Toby Gifford Jon McCormack
Art & Design
Computer software designed for the arts (design, illustration, cinema, music, fine art, performance, etc.) is now a mature, multi-billion-dollar global business. While computer systems support the production and organisation of creative outcomes effectively and extensively, the vast majority of these systems are founded on the assumption that the users – not the software – supply all the imagination in the evolution and performance of a work. Software is considered an inert tool that should passively support an artist’s inventiveness but never intervene as a partner. In short, the computer’s involvement has been conceptualised as reactive, not creative.
What if the computer could act more like an equal, or at least as an inspirational assistant, understanding an artist’s own style and abilities, interacting with them as they generate new art? The computer could then challenge the artist to forge new ideas, and support or critique them as they emerge – akin to working with an artistically sensitive human partner who understands and buoys one’s own originality. This system would encourage learning and practice by adapting to each individual’s current style and technical abilities, developing in sophistication and empathy just as the human artist’s own abilities mature.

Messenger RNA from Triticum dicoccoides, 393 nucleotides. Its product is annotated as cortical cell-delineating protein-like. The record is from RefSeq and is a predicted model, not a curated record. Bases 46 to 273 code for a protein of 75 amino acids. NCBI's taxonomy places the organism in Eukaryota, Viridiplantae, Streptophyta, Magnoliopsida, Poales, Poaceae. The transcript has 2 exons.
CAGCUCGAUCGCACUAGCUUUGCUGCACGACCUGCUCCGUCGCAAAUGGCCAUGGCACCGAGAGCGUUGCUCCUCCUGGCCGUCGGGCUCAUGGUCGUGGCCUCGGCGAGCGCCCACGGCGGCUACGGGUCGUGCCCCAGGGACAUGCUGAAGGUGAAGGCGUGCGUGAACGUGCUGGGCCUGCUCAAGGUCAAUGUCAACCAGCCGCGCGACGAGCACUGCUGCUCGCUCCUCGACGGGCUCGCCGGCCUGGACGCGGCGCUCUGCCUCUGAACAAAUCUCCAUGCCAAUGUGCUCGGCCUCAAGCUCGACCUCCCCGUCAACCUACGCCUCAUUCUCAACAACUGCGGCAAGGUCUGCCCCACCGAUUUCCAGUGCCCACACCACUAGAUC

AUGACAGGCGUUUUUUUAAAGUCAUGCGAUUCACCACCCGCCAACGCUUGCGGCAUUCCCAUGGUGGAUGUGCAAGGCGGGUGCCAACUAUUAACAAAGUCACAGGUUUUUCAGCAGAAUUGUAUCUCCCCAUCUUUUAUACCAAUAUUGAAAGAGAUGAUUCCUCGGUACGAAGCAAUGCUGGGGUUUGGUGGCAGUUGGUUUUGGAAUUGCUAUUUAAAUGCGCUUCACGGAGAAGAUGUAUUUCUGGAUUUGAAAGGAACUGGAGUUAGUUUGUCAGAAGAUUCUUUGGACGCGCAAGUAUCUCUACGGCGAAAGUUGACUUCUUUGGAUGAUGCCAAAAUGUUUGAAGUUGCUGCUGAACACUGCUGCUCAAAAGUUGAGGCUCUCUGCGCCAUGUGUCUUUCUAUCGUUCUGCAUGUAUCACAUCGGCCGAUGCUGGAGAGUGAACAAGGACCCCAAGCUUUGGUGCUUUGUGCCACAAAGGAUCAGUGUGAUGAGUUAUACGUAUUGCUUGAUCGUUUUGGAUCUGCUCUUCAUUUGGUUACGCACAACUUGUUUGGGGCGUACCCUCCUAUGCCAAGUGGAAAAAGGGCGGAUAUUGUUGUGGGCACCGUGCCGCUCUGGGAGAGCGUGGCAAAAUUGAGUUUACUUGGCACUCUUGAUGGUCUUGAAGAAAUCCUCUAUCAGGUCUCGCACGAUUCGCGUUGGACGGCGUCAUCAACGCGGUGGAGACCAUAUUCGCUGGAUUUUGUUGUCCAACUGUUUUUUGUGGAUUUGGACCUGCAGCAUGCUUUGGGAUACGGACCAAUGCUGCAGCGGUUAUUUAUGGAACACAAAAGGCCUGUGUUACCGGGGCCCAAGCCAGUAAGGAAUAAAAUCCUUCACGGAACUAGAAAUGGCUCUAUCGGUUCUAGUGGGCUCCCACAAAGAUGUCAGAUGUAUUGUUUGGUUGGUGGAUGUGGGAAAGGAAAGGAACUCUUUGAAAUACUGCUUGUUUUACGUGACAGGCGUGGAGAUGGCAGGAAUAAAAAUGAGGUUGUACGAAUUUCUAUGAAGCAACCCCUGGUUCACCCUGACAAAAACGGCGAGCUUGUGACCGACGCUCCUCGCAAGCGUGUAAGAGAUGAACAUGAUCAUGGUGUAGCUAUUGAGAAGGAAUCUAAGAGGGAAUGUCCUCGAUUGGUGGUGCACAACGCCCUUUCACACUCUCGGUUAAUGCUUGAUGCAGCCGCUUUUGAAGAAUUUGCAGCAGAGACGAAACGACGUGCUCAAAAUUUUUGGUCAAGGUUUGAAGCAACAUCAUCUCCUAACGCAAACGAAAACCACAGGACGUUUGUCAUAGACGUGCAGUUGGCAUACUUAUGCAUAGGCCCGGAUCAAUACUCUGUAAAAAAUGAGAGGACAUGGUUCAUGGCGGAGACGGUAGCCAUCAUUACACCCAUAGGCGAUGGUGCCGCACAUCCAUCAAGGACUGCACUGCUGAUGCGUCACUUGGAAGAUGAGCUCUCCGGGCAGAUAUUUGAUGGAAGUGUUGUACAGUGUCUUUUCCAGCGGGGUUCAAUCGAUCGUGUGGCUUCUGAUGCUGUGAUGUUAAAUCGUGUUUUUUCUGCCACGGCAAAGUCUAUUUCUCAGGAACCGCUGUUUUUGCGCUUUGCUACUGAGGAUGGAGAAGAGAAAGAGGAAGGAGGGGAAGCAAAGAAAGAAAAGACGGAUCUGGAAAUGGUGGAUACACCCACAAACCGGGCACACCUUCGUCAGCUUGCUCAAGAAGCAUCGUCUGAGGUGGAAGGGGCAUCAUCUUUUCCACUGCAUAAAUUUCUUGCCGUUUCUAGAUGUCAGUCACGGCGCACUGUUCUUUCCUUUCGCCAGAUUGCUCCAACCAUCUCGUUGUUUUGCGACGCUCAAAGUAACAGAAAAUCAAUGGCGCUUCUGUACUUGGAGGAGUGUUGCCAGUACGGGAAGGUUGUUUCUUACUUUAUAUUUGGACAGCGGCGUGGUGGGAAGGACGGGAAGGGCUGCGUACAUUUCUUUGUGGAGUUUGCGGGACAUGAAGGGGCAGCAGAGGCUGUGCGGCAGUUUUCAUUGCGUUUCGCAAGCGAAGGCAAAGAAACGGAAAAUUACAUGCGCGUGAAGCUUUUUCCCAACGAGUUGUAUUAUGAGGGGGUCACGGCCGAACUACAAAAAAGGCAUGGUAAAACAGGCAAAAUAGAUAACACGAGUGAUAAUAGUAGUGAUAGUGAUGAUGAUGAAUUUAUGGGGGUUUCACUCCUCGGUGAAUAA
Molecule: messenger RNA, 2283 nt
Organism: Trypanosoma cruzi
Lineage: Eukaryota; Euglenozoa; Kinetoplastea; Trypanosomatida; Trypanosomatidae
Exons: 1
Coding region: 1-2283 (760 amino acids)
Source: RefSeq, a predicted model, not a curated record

Participate in a shared, virtual world generated from your body’s data
Use your brain activity to build an abstract 3D form that you can 3D print and take home with you.
3D printing is commonly used for rapid prototyping; allowing designers to generate components within a short timeframe. However, current 3D printing techniques, including Selective Laser Sintering (SLS) and Fused Deposition Modelling...